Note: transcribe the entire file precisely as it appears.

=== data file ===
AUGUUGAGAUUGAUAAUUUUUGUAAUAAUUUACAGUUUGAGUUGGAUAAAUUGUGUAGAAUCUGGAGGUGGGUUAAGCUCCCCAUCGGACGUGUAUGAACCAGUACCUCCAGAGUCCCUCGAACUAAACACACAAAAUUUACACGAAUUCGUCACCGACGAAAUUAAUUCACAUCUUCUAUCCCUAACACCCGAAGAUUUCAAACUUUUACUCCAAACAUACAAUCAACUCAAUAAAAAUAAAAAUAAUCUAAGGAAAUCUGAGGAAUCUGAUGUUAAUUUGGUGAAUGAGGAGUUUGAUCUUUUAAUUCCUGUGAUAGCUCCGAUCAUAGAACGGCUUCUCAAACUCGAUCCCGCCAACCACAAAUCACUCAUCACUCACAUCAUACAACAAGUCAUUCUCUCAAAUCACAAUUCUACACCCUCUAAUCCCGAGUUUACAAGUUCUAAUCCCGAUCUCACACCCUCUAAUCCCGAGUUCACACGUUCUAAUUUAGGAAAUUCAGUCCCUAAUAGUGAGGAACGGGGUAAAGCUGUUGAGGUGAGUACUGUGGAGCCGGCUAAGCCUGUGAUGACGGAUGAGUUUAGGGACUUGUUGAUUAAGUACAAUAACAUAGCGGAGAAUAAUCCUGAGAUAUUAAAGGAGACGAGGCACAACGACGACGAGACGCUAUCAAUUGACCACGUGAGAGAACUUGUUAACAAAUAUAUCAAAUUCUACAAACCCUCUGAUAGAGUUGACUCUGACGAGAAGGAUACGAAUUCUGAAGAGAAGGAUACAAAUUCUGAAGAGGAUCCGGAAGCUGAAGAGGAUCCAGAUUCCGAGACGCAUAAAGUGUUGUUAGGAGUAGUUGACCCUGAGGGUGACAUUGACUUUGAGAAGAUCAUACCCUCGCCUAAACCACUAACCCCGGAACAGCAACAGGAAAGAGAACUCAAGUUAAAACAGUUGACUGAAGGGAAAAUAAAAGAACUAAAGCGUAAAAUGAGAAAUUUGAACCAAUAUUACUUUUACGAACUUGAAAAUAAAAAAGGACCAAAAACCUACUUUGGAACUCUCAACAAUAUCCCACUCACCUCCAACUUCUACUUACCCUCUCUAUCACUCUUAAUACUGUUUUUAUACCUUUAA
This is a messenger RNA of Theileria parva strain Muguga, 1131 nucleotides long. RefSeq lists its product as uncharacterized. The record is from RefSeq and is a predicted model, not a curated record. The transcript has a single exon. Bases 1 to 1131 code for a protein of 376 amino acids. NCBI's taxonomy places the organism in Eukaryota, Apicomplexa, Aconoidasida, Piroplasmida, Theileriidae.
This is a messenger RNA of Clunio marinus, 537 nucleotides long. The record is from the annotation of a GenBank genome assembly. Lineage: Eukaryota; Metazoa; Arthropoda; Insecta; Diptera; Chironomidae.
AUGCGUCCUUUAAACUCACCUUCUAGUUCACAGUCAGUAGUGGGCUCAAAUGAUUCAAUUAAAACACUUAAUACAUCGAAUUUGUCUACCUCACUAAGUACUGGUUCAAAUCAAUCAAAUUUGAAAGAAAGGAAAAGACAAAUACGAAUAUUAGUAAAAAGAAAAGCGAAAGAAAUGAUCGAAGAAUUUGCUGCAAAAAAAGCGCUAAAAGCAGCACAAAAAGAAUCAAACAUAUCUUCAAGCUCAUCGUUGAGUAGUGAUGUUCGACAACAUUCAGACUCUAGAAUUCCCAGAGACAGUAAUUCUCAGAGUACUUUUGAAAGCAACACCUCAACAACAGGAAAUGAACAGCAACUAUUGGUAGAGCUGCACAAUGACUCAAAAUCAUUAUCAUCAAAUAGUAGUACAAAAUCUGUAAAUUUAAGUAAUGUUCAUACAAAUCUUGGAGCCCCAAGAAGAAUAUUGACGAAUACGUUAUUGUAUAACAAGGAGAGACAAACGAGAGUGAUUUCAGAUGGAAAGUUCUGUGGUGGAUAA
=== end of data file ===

AUGUUGAGAUUGAUAAUUUUUGUAAUAAUUUACAGUUUGAGUUGGAUAAAUUGUGUAGAAUCUGGAGGUGGGUUAAGCUCCCCAUCGGACGUGUAUGAACCAGUACCUCCAGAGUCCCUCGAACUAAACACACAAAAUUUACACGAAUUCGUCACCGACGAAAUUAAUUCACAUCUUCUAUCCCUAACACCCGAAGAUUUCAAACUUUUACUCCAAACAUACAAUCAACUCAAUAAAAAUAAAAAUAAUCUAAGGAAAUCUGAGGAAUCUGAUGUUAAUUUGGUGAAUGAGGAGUUUGAUCUUUUAAUUCCUGUGAUAGCUCCGAUCAUAGAACGGCUUCUCAAACUCGAUCCCGCCAACCACAAAUCACUCAUCACUCACAUCAUACAACAAGUCAUUCUCUCAAAUCACAAUUCUACACCCUCUAAUCCCGAGUUUACAAGUUCUAAUCCCGAUCUCACACCCUCUAAUCCCGAGUUCACACGUUCUAAUUUAGGAAAUUCAGUCCCUAAUAGUGAGGAACGGGGUAAAGCUGUUGAGGUGAGUACUGUGGAGCCGGCUAAGCCUGUGAUGACGGAUGAGUUUAGGGACUUGUUGAUUAAGUACAAUAACAUAGCGGAGAAUAAUCCUGAGAUAUUAAAGGAGACGAGGCACAACGACGACGAGACGCUAUCAAUUGACCACGUGAGAGAACUUGUUAACAAAUAUAUCAAAUUCUACAAACCCUCUGAUAGAGUUGACUCUGACGAGAAGGAUACGAAUUCUGAAGAGAAGGAUACAAAUUCUGAAGAGGAUCCGGAAGCUGAAGAGGAUCCAGAUUCCGAGACGCAUAAAGUGUUGUUAGGAGUAGUUGACCCUGAGGGUGACAUUGACUUUGAGAAGAUCAUACCCUCGCCUAAACCACUAACCCCGGAACAGCAACAGGAAAGAGAACUCAAGUUAAAACAGUUGACUGAAGGGAAAAUAAAAGAACUAAAGCGUAAAAUGAGAAAUUUGAACCAAUAUUACUUUUACGAACUUGAAAAUAAAAAAGGACCAAAAACCUACUUUGGAACUCUCAACAAUAUCCCACUCACCUCCAACUUCUACUUACCCUCUCUAUCACUCUUAAUACUGUUUUUAUACCUUUAA
This is a messenger RNA of Theileria parva strain Muguga, 1131 nucleotides long. RefSeq lists its product as uncharacterized. The record is from RefSeq and is a predicted model, not a curated record. The transcript has a single exon. Bases 1 to 1131 code for a protein of 376 amino acids. NCBI's taxonomy places the organism in Eukaryota, Apicomplexa, Aconoidasida, Piroplasmida, Theileriidae.
This is a messenger RNA of Clunio marinus, 537 nucleotides long. The record is from the annotation of a GenBank genome assembly. Lineage: Eukaryota; Metazoa; Arthropoda; Insecta; Diptera; Chironomidae.
AUGCGUCCUUUAAACUCACCUUCUAGUUCACAGUCAGUAGUGGGCUCAAAUGAUUCAAUUAAAACACUUAAUACAUCGAAUUUGUCUACCUCACUAAGUACUGGUUCAAAUCAAUCAAAUUUGAAAGAAAGGAAAAGACAAAUACGAAUAUUAGUAAAAAGAAAAGCGAAAGAAAUGAUCGAAGAAUUUGCUGCAAAAAAAGCGCUAAAAGCAGCACAAAAAGAAUCAAACAUAUCUUCAAGCUCAUCGUUGAGUAGUGAUGUUCGACAACAUUCAGACUCUAGAAUUCCCAGAGACAGUAAUUCUCAGAGUACUUUUGAAAGCAACACCUCAACAACAGGAAAUGAACAGCAACUAUUGGUAGAGCUGCACAAUGACUCAAAAUCAUUAUCAUCAAAUAGUAGUACAAAAUCUGUAAAUUUAAGUAAUGUUCAUACAAAUCUUGGAGCCCCAAGAAGAAUAUUGACGAAUACGUUAUUGUAUAACAAGGAGAGACAAACGAGAGUGAUUUCAGAUGGAAAGUUCUGUGGUGGAUAA